Yields Fall As Mixed Data Complicate Fed Picture
Treasuries rose for a second day after reports showed uneven economic growth, complicating the Federal Reserve’s intention to raise interest rates this year. Thirty-year bonds led the gains as yields close to the highest levels since October reignited demand with the outlook for inflation subdued. Treasuries were supported as reports showed existing-home sales were lower than forecast and Americans’ expectations for the economy slumped in May by the most since October 2013.
“We had poor data today — that’s what’s driving this thing,” said Larry Milstein, managing director in New York of government-debt trading at R.W. Pressprich & Co. “If 10 years get through that 2% level, we could see another leg lower.”
The 10-year yield dropped six basis points, or 0.06 percentage point, to 2.19% at 4:59 p.m. New York time, according to Bloomberg Bond Trader data. The price of the benchmark 2.125% note due in May 2025 rose 1/2, or $ 5 per $ 1,000 face value, to 99-13/32.
Thirty-year-bond yields dropped six basis points to 2.99% after reaching 3.13% last week.
The Fed expects the economy to return to a “moderate pace” of growth after a first-quarter slowdown. Since the last meeting, payrolls figures have improved, while weaker-than- forecast data on manufacturing and retail sales prompted economists to mark down projections for Q2 economic growth.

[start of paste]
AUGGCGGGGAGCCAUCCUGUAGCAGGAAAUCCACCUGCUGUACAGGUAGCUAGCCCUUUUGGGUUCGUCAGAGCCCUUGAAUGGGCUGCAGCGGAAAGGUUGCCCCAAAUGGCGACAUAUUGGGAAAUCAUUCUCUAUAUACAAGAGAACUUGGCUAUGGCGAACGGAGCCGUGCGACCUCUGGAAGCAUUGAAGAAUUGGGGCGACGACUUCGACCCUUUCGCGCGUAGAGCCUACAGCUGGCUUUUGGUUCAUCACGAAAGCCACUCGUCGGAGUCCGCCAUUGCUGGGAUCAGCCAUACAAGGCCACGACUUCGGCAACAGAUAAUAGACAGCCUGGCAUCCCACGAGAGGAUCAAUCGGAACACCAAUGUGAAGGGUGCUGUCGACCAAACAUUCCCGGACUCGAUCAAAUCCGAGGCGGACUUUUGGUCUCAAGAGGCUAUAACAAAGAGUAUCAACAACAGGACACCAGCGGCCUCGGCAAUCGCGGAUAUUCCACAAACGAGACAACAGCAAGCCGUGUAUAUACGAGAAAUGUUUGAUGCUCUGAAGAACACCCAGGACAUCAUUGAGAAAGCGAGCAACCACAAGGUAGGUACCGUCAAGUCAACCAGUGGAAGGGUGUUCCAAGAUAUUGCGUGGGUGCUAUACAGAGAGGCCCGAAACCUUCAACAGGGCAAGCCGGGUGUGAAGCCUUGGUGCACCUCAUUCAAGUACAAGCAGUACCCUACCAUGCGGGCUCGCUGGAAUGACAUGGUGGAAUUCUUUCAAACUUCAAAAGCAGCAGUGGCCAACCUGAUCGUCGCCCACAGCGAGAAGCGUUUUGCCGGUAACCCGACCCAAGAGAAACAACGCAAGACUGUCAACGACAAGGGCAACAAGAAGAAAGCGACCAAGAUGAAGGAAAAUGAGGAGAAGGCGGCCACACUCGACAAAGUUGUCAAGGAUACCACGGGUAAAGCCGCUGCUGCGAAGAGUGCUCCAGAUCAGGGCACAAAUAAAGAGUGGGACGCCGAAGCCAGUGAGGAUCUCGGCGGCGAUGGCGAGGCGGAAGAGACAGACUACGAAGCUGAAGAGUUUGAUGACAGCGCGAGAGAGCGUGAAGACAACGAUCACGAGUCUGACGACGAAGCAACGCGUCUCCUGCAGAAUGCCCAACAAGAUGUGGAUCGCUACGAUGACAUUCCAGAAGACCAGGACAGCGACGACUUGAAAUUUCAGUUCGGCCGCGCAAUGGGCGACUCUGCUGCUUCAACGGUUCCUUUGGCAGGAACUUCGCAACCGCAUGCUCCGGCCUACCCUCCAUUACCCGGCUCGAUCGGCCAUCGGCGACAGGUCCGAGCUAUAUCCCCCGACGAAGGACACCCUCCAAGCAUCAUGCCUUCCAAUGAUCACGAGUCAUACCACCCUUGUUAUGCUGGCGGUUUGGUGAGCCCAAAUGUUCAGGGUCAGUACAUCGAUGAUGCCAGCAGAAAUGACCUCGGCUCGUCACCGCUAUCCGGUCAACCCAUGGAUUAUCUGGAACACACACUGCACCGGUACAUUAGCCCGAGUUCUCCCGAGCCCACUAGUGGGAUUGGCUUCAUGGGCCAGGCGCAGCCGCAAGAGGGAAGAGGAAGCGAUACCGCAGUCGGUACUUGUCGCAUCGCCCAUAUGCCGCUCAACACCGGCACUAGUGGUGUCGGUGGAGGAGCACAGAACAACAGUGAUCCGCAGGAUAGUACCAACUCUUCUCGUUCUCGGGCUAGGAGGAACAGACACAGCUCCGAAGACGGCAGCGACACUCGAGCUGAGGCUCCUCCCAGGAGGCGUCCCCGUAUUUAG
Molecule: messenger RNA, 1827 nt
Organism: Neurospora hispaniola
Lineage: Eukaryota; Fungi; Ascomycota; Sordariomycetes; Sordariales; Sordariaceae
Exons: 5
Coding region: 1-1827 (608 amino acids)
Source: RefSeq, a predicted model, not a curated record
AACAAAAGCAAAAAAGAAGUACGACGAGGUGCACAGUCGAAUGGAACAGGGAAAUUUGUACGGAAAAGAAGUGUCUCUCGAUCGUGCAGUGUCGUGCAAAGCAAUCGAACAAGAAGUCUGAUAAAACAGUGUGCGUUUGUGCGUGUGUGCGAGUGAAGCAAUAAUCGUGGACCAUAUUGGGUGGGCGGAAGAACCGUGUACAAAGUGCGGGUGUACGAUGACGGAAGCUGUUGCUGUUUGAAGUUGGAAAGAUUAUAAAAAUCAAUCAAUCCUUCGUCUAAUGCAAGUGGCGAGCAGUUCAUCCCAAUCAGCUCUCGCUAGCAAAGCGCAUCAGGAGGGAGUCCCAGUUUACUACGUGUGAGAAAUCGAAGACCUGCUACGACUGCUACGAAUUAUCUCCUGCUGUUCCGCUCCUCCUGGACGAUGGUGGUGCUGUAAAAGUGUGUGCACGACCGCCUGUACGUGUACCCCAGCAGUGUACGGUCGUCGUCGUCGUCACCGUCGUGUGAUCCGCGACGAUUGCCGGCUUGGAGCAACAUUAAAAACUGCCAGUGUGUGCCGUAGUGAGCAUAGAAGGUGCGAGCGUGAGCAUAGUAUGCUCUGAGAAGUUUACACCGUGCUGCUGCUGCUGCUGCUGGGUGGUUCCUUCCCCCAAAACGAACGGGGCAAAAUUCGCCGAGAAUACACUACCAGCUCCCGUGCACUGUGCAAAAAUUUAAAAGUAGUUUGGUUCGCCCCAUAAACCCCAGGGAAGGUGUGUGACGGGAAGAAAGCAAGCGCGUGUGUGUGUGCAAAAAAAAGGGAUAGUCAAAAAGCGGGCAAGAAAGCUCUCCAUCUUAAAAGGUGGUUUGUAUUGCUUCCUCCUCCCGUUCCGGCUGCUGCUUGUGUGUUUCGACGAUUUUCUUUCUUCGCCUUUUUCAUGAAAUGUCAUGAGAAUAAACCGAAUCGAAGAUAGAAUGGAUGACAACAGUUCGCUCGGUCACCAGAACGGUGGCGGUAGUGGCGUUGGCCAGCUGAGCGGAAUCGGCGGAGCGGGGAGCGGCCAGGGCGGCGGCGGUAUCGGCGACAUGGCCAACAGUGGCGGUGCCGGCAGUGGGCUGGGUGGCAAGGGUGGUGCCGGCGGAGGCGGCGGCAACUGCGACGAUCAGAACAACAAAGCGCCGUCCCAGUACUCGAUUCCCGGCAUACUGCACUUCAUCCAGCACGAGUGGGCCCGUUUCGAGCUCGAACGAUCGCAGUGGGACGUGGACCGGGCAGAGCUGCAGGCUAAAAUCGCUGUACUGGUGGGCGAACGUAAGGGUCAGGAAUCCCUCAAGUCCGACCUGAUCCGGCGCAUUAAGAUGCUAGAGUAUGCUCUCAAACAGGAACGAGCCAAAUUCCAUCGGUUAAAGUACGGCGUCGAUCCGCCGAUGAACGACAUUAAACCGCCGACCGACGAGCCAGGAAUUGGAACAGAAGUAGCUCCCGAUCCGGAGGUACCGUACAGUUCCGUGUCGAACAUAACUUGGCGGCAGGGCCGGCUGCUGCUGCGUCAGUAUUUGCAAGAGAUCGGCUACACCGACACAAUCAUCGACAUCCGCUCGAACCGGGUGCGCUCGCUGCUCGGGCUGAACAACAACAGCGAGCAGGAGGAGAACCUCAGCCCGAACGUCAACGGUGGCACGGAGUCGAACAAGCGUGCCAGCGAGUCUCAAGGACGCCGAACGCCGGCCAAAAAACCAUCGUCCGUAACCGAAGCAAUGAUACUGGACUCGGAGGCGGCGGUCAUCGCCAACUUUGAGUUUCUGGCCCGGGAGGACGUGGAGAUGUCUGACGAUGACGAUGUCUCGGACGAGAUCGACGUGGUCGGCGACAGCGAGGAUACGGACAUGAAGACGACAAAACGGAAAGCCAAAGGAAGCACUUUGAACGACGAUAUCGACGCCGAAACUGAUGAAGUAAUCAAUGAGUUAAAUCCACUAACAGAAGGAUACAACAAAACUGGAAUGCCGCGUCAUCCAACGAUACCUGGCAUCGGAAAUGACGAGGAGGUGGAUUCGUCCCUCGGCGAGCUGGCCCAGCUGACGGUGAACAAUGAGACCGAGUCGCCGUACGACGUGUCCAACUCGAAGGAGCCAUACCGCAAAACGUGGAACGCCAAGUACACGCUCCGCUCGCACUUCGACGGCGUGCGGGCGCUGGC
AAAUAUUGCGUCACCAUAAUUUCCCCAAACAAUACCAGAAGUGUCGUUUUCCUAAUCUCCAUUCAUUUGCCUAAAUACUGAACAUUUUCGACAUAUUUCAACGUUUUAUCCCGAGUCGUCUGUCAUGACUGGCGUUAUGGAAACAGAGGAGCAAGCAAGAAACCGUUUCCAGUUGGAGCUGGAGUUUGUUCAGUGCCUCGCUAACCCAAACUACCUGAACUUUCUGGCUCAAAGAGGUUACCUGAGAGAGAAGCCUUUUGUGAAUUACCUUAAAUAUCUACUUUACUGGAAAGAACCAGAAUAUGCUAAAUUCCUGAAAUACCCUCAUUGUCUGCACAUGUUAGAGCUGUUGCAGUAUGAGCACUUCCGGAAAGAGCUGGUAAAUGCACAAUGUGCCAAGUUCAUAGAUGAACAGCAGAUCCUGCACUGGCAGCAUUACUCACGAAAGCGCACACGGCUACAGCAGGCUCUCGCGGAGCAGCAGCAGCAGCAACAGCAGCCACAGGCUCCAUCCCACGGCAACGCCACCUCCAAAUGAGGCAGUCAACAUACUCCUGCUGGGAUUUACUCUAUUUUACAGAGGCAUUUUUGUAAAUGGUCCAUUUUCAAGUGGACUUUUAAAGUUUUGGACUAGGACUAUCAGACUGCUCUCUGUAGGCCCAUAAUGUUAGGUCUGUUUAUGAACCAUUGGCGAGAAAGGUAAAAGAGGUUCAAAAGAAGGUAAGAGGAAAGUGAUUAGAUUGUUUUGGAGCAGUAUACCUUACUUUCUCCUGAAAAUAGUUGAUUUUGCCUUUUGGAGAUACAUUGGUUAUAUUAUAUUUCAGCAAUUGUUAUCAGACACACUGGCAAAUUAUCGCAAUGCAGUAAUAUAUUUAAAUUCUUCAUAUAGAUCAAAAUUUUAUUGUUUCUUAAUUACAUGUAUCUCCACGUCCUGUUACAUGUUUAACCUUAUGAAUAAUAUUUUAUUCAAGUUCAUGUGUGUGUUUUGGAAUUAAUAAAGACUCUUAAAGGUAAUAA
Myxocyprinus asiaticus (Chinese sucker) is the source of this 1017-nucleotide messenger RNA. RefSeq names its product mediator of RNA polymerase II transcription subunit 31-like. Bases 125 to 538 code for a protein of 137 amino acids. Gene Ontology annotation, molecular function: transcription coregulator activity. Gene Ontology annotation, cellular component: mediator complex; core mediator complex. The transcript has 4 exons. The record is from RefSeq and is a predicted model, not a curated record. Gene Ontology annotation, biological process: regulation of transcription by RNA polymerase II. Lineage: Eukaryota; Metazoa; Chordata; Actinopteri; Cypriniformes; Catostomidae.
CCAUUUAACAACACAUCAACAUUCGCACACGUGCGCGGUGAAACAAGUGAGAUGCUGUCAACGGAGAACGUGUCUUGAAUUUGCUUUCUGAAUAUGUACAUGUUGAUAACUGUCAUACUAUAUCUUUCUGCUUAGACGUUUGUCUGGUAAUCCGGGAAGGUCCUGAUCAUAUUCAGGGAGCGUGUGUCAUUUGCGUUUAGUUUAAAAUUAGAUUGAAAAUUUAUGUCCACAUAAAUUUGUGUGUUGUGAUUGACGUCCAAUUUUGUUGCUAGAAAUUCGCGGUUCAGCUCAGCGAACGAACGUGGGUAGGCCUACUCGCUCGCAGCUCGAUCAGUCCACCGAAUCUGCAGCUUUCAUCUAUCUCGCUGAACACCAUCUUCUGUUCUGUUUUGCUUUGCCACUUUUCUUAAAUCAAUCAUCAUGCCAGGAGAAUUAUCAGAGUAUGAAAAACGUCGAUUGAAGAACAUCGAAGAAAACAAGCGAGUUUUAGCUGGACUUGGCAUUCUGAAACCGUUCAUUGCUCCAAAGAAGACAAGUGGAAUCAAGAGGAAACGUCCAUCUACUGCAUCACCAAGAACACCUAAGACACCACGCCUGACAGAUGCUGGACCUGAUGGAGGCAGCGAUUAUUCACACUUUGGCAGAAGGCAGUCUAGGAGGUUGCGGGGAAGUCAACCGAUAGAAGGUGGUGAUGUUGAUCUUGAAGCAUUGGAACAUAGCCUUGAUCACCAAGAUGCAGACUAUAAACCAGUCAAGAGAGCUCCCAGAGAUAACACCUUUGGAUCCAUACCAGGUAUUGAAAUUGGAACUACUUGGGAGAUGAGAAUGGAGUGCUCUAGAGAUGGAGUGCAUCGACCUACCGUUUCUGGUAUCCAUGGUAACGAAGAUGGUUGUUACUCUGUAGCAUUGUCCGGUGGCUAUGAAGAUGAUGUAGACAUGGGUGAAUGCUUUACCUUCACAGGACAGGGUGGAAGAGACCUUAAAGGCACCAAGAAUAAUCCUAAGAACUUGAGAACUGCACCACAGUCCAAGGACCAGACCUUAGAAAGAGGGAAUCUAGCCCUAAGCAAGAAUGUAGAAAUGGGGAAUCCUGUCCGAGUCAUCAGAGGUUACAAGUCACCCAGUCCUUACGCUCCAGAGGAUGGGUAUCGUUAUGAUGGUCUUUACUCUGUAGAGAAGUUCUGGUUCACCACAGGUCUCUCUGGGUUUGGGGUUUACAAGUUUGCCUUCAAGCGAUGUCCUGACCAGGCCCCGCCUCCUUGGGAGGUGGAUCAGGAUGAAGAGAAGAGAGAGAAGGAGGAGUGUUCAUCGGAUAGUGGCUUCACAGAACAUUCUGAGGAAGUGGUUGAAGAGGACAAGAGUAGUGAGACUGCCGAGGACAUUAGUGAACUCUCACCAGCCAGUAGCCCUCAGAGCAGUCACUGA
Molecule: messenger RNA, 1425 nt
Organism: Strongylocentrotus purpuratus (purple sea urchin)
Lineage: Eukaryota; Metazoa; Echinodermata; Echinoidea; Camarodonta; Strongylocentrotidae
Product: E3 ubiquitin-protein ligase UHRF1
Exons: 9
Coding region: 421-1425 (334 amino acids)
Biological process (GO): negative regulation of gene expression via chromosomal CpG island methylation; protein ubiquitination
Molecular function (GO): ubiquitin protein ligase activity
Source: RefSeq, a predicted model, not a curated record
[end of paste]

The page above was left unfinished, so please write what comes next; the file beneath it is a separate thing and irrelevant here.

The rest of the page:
Contract closings for previously owned homes unexpectedly dropped 3.3%, figures from the National Association of Realtors showed. A measure tracking the economic outlook fell by 6 points to 44 this month, data from the Bloomberg Consumer Comfort Index showed.
As traders rule out the probability of a June rate hike, the odds of a Fed interest-rate increase in December were 56%, according to CME Group Inc. calculations of fed funds futures prices.
“I don’t expect a massive tightening,” said Brian Edmonds, the head of interest-rates trading in New York at Cantor Fitzgerald, one of 22 primary dealers that trade with the Fed. “They will be very cautious. It will probably happen later rather than sooner.”
Traders are skeptical the Fed will raise rates in June as inflation remains benign. Indirect bidders, a group of investors ranging from mutual funds to foreign central banks snapped up the majority of $ 13 billion in 10-year inflation indexed securities auctioned by the Treasury Thursday. The purchase, at 67.1%, was the second highest since 2003.
Treasuries maturing in 10 years or longer bounced back Thursday after losing 4.99% this month, according to Bloomberg U.S. Treasury Bond Index data.